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Cash payments hit an all-time low with shift towards cashless society

Vibhu Gaind, Chief Information Officer at RBH, looks at the acceleration of cashless transactions during the pandemic

The events of the last two years have taken the hospitality industry on a very varied journey – changing how we interact with our guests, provide services, and have meaningful contact while leaning on the technology support available.

Being mindful of COVID-transmission from a business perspective largely relies on technology to enable contactless options wherever possible throughout the customer journey. As such, traditional cash payment methods need to have equally simple and convenient alternatives. Cash payments hit an all-time low in 2020 with reporting cash transactions making up only 17% of all transactions.

From initial decision and booking, operators must be discoverable online and have a slick and attractive website offering. Mobile apps are a great way to hook in repeat business opportunities and to enable marketing direct to customers. Once customers arrive at the hotel, our systems will enable them to interact with and order services via mobile. Integrated POS systems with digital ordering and integrated payments allow customers to pay at the point of purchase or pay at the table before leaving. These help to mitigate contact between staff and customers while keeping the business process smooth and easy. Integrated payment solutions alleviate the staff requirements to collect payment and reduce back-office admin.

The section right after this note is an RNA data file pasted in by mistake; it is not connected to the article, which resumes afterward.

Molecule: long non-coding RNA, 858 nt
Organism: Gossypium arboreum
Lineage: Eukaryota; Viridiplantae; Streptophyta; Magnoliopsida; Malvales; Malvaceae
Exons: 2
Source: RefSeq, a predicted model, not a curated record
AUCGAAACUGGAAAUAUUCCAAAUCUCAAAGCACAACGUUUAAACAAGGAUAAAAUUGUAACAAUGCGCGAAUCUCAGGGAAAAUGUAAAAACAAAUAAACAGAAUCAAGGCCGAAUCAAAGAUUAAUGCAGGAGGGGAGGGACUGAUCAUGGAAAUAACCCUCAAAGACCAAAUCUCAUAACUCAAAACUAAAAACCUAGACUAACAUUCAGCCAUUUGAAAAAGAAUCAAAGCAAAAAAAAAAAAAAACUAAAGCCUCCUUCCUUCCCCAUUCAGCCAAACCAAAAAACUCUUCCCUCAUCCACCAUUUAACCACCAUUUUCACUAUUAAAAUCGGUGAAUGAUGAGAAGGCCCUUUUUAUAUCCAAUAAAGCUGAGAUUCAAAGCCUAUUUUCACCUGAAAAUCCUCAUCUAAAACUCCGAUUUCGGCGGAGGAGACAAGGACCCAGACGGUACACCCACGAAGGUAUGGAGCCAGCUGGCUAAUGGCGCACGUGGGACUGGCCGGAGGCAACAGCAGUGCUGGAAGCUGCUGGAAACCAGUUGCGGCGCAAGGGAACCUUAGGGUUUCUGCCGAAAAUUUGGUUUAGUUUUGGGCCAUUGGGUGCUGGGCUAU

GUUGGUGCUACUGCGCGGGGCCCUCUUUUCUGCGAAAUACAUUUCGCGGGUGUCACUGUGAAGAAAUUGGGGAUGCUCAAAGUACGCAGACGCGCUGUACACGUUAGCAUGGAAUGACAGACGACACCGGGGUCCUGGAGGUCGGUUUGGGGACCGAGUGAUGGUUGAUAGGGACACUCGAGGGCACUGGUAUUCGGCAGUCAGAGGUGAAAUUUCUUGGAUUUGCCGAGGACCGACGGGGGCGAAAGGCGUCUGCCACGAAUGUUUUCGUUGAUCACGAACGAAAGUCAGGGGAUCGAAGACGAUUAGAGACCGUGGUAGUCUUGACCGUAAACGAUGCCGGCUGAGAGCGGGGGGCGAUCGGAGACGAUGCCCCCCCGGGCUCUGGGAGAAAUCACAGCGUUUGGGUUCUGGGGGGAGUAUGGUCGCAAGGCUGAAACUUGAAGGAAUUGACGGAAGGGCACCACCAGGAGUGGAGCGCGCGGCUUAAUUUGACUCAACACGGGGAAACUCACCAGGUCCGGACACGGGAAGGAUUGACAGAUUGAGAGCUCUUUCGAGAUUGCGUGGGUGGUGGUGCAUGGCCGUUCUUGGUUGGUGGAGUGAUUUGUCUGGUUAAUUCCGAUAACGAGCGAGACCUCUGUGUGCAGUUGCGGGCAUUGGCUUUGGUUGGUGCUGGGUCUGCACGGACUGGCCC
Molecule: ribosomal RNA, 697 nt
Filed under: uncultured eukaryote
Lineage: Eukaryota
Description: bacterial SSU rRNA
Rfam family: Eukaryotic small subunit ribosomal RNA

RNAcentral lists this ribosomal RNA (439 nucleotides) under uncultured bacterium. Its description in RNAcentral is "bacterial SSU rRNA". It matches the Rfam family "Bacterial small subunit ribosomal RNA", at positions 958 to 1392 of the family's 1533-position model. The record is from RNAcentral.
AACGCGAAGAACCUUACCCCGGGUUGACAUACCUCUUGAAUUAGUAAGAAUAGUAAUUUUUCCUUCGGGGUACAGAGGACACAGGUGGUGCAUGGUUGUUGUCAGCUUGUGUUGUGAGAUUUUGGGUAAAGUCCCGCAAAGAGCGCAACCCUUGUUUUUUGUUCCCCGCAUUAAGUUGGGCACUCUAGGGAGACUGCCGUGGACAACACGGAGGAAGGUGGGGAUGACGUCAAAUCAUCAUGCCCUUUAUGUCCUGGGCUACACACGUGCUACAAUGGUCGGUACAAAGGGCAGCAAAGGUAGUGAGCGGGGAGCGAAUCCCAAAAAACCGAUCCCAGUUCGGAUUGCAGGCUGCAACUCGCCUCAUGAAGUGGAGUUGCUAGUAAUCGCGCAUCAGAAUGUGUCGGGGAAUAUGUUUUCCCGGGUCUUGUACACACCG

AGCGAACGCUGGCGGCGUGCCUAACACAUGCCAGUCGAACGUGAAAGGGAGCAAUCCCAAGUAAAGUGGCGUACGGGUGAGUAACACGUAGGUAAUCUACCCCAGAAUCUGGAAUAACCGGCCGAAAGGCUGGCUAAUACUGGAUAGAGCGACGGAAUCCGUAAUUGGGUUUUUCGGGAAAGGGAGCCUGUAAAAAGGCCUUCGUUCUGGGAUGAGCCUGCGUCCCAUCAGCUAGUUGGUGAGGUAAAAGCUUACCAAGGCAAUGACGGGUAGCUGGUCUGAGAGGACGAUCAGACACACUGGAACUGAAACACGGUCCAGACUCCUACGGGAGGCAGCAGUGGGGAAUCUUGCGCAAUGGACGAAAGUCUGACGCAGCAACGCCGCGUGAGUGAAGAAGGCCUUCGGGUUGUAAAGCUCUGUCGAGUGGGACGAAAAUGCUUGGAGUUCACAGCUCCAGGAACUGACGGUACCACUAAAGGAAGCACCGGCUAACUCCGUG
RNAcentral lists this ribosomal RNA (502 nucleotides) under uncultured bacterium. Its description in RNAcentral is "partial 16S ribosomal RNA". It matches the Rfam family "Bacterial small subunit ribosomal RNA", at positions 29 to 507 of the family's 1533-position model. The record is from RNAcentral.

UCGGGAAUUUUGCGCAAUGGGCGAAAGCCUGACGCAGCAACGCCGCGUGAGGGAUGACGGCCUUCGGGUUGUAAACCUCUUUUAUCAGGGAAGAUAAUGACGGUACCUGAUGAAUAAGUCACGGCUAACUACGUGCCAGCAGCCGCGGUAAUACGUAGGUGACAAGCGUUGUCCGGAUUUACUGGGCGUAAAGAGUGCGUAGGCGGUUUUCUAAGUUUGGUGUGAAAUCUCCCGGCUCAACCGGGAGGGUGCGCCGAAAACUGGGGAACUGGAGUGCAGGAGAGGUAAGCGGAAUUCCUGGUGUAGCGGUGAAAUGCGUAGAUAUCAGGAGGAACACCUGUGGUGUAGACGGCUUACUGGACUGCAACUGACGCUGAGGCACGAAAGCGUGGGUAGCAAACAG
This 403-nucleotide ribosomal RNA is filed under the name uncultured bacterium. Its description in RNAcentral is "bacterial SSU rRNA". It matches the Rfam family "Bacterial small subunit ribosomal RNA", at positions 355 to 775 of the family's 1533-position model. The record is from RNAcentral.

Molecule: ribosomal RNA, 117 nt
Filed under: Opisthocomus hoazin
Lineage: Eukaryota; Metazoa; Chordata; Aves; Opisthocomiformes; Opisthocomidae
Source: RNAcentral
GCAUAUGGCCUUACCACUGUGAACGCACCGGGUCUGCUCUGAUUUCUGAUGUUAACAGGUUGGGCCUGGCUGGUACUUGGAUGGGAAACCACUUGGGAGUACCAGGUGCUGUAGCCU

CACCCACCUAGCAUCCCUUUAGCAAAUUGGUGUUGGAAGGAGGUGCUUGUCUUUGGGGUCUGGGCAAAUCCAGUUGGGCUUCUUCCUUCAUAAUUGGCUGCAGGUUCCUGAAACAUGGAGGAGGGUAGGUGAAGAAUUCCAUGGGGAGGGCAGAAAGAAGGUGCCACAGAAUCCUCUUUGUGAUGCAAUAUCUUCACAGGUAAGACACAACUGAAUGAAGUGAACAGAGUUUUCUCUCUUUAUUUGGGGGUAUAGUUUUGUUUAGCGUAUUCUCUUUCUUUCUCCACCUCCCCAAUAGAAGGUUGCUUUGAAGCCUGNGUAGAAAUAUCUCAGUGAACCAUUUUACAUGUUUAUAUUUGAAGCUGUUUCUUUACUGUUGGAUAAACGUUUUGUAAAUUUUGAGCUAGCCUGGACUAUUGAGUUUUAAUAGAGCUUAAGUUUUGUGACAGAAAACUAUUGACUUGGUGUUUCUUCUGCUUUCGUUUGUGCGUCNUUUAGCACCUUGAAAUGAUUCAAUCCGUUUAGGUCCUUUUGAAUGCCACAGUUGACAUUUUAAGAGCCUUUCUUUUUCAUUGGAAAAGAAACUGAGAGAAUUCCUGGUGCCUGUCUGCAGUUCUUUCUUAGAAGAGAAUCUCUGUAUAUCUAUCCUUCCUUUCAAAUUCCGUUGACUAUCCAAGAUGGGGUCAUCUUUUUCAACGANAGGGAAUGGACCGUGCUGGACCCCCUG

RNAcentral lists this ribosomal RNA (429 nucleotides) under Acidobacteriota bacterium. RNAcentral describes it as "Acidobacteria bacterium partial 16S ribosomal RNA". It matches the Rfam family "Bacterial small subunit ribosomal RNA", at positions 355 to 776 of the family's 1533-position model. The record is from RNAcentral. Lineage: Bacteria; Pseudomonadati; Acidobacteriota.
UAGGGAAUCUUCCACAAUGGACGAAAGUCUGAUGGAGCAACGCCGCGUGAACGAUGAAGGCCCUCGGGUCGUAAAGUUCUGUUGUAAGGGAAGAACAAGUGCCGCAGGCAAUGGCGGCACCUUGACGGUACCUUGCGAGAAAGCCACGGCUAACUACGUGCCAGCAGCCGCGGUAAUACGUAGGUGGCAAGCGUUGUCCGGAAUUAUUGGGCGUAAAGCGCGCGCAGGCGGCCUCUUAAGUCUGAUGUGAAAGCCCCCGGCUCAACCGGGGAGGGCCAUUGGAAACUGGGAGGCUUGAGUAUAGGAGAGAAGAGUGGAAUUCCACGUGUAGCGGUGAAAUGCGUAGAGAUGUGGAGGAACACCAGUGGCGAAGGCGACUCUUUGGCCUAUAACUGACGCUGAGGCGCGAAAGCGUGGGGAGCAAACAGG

In addition to this, smart tools, such as remote service request tech allow meeting delegates to request services, and staff to deliver them, without having to have contact and without having to interrupt or leave a meeting, promoting safe social distancing.

In the meeting space, the addition of offering hybrid meeting options allows the business to continue to operate and sell meeting space, whilst reducing the number of social contact points or coming against local or national restrictions.

Self-check in solutions via mobile or self-service pods allow customers to limit interaction with front desk whilst speeding up the check in and checkout process. That being said, the personal touch will also be more essential than ever and has to be kept alive. Technology will reduce the number of events requiring personal interaction and help combat staff shortages, but enhancing the quality of interactions will be key – the wow factor on arrival at the hotel or in the guest room/meeting space, knowing the personal taste of our guests and systems to allow bespoke interaction will further bridge the gap of customer service.

Within the RBH portfolio, ibis budget London Heathrow T5 has been implementing a cashless operation across the hotel. Commenting on the success of the transition, Icynth Ferrão, the hotel’s General Manager said: “Going cashless has really benefitted the team as it removes the issues of balancing or cash shortages, leading to impeccable accuracy on the accounts. It has also drastically reduced damages that were being caused in the rooms, which have now decreased by almost 90%.

“Our menus are digital, so all orders are taken and paid for through a QR code. Overall, this has proved very popular with customers. A guest can sit in their room and place a room service order without having to speak to anyone or leave their room. It is all done seamlessly and the technology has helped the team to concentrate more on guest experience.”


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